Everyone wants to live longer—and eating a healthy diet is one of the surest ways to cut back on risks of heart disease, stroke, some cancers, and other things that can lead to an early grave.
Eating poorly exacerbates those risks. There’s compelling evidence showing weight cycling (also called yo-yo dieting) and eating ultra-processed foods can up your risk.
Stay up to date on what healthy means now.
But there are dozens of ways to eat “healthy,” from low-carb, to whole food, to paleo, to vegan. So what has the best effects, long term? A new study from Harvard’s T.H. Chan School of Public Health finds that eating plant-based may be the key to adding the most candles to your birthday cake.
This info isn’t actually all that surprising, since previous studies have shown eating a vegan or plant-based diet can help reduce your risk of heart disease. But this study from Harvard wanted to examine how changes to diet could influence all of a person’s risks of dying, no matter how old they were or what their diet looked like before.
Researchers developed three diet scales that looked at overall plant-based food consumption, healthy plant-based food consumption (focusing primarily on whole grains, veggies, fruit, and nuts), and the less healthy plant-based food consumption, where people ate more fruit juice, refined grains, potatoes, and sugary snacks (here are 10 vegan food that aren’t healthy, and swaps we recommend instead).
The study followed 47,983 women and 25,737 men with an average age of 64 years old and no previous histories of cancer or heart disease. Researchers tracked their eating habits for 12 years, and found deaths from all causes were 8 percent lower in people with the biggest increase in an overall plant-based diet; 10 percent lower in those with the biggest increase in a healthy plant-based diet; and 11 percent higher in those with the biggest increase in an unhealthy plant-based diet.
Lead author of the study, Megu Y. Baden, M.D., Ph.D., said in a meeting report from the American Heart Association, “Over a period of time, consuming more whole grains, fruits, vegetables, while decreasing your intake of refined grains, sweets and desserts, and animal foods such as animal fat meat, and miscellaneous animal-based foods, may lower your risk of death from heart disease and other causes.”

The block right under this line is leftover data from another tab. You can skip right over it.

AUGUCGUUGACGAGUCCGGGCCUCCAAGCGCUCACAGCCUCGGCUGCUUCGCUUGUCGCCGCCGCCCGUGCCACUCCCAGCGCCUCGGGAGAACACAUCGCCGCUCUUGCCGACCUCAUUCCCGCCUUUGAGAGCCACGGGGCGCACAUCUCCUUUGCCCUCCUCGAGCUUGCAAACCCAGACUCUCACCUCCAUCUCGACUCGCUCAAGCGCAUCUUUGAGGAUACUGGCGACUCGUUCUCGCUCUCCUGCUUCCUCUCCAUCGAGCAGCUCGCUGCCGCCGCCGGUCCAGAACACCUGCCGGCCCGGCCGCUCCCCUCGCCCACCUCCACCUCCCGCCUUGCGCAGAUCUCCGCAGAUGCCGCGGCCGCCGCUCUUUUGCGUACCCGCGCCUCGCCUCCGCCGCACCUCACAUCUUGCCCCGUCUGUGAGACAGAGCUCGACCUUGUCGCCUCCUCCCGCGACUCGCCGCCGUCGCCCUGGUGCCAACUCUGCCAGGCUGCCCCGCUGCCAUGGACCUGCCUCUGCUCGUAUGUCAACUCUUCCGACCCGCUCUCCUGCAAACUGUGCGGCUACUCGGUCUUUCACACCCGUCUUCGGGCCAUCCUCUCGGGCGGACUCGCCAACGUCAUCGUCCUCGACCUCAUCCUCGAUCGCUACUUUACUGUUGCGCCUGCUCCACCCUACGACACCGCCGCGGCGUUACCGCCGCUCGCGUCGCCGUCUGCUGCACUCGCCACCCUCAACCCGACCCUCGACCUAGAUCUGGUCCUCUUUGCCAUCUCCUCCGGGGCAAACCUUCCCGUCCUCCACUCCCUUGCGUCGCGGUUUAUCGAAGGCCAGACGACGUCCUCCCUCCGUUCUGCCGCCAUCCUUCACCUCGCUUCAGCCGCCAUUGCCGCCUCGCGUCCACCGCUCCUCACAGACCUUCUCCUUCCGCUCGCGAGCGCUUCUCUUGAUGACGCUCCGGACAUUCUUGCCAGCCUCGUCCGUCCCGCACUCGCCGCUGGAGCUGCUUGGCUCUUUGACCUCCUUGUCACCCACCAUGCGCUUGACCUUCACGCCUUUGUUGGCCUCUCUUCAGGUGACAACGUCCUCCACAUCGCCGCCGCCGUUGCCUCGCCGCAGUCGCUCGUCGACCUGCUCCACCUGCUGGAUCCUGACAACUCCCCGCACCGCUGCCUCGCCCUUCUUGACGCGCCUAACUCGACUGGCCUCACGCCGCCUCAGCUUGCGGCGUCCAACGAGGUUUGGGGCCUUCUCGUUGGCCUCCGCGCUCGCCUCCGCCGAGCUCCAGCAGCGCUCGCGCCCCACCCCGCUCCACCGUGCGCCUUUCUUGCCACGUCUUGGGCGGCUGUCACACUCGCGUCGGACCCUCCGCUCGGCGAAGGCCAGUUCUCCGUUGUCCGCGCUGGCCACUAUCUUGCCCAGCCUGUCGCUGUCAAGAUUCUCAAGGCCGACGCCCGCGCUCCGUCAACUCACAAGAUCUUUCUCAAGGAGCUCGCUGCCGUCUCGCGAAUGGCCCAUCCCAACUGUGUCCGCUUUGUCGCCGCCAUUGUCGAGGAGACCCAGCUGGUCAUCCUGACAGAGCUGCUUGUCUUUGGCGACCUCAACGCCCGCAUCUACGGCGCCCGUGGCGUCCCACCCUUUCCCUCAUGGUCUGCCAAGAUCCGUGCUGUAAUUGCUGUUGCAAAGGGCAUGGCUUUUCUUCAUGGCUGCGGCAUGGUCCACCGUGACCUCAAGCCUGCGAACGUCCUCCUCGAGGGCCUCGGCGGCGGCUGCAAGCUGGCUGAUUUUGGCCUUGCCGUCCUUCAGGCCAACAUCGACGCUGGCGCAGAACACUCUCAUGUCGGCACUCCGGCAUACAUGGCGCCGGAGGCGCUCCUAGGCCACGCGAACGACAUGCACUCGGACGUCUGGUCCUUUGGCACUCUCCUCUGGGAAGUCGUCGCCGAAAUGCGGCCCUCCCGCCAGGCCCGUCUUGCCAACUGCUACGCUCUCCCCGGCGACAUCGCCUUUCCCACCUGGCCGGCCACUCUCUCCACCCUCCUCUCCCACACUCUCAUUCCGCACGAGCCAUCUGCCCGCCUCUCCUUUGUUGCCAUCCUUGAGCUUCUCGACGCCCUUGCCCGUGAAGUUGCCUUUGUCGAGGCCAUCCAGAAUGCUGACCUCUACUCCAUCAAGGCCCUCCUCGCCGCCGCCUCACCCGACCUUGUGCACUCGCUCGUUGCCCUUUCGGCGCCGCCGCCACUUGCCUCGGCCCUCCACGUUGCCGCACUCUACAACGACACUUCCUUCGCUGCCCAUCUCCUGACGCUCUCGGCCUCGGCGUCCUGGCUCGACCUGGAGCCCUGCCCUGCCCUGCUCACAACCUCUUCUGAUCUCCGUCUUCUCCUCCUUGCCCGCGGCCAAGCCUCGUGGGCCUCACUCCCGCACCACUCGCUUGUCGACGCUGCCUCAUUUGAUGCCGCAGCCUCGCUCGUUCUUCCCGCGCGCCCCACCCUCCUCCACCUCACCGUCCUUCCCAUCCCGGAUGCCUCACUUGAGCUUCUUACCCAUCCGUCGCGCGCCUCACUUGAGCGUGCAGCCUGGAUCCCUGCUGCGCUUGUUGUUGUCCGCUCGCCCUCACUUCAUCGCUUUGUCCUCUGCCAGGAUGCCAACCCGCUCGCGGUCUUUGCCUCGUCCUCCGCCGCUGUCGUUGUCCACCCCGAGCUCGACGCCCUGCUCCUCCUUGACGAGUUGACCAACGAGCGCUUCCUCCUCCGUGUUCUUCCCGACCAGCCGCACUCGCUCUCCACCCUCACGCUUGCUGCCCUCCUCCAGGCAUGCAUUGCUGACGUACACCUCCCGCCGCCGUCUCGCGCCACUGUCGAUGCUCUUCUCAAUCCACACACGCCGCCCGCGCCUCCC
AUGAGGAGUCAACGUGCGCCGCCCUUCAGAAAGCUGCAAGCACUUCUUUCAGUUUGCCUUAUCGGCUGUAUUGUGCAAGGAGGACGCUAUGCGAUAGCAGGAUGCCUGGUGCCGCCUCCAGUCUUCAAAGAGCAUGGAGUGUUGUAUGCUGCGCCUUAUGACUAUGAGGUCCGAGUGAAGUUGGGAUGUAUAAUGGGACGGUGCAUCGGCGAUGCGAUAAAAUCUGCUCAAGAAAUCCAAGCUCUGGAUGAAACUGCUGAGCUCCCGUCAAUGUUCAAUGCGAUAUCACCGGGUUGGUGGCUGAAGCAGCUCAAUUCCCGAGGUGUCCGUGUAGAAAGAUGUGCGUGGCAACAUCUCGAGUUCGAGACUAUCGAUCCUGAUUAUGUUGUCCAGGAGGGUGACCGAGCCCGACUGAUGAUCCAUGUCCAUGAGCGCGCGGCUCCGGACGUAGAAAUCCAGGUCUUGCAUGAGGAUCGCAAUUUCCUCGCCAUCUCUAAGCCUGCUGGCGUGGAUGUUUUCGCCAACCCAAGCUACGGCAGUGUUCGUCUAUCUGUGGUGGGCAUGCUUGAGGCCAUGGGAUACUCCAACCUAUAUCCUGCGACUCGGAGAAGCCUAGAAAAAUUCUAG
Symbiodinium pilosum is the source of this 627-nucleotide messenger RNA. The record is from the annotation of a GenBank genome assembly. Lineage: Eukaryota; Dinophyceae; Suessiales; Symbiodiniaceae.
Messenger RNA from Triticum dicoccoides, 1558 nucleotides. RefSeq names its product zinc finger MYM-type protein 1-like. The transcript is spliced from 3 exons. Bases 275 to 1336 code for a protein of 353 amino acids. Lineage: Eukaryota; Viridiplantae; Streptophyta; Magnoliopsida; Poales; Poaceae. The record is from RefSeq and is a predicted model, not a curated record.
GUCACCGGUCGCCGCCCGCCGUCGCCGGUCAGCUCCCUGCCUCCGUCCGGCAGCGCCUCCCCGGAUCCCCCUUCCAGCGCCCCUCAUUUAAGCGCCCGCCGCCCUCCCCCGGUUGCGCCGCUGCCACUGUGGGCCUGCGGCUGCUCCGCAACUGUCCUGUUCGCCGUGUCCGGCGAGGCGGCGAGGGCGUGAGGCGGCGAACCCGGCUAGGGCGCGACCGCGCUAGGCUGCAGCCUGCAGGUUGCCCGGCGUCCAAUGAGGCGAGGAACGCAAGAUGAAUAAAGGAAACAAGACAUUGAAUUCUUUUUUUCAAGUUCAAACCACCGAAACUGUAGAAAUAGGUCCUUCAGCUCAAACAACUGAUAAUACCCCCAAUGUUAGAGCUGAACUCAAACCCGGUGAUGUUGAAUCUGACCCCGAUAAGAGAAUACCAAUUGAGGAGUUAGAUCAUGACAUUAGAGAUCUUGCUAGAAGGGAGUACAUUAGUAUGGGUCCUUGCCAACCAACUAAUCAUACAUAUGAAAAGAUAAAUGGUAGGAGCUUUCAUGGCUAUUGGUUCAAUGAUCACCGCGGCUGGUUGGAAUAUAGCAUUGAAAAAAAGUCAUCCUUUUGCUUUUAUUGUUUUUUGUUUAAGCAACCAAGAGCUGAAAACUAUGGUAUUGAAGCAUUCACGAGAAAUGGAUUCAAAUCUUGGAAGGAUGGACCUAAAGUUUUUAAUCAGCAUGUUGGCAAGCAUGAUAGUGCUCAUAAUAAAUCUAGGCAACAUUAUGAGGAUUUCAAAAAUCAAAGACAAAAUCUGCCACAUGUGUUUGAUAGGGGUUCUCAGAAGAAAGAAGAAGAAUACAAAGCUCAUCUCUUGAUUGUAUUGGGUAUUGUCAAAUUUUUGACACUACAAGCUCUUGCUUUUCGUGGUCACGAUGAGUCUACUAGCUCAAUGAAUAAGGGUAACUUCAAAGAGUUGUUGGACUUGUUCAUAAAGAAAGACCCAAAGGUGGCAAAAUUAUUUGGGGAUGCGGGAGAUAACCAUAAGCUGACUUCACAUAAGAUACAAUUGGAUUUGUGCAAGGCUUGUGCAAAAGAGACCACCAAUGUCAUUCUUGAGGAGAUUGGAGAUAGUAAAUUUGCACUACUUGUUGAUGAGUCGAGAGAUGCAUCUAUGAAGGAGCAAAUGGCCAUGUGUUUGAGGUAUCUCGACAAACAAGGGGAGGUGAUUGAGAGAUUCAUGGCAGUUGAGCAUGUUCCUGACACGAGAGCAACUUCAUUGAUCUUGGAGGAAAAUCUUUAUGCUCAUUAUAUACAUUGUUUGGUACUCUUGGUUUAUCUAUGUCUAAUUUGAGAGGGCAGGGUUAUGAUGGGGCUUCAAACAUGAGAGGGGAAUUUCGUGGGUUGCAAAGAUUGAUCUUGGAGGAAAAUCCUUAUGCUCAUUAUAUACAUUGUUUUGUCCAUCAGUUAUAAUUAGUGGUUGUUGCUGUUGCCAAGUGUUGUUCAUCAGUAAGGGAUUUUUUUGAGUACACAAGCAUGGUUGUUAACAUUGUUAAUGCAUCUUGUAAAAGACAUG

More Plant-Based stories from Cooking Light:
- Why You Should Consider a Plant-Based Diet
- 10 New Plant-Based Cookbooks to Inspire More Veggie-Heavy Cooking
- Here Are 52 Plant-Based Recipes So You Can Celebrate Meatless Monday for a Whole Year
And it really doesn’t take much to achieve that 10-point increase on the healthy plant-based diet scale. You can lower your death risk by doing the following things each day:
- Swap out one serving of refined grains for whole grains
- Eat an extra serving of fruit
- Eat an extra serving of vegetables
- Drink one less sugary beverage
What’s interesting about this study is that participants didn’t always eat healthy; in fact, they started increasing their intake of plant-based foods in middle age. And the healthy plant foods still increased their longevity, while processed foods and sugary drinks lowered it.
“Not all plant-based diets are equal, but boosting the intake of high-quality plant-based foods over time lowers the risk of death even among people who started off with poor-quality diets,” said Baden.
The bottom line: The study wasn’t randomized, so a cause-and-effect relationship can’t be directly established. Still, we believe adding high-quality plant foods such as whole grains, fruits, and vegetables to your diet can only be beneficial to your health in the long run.
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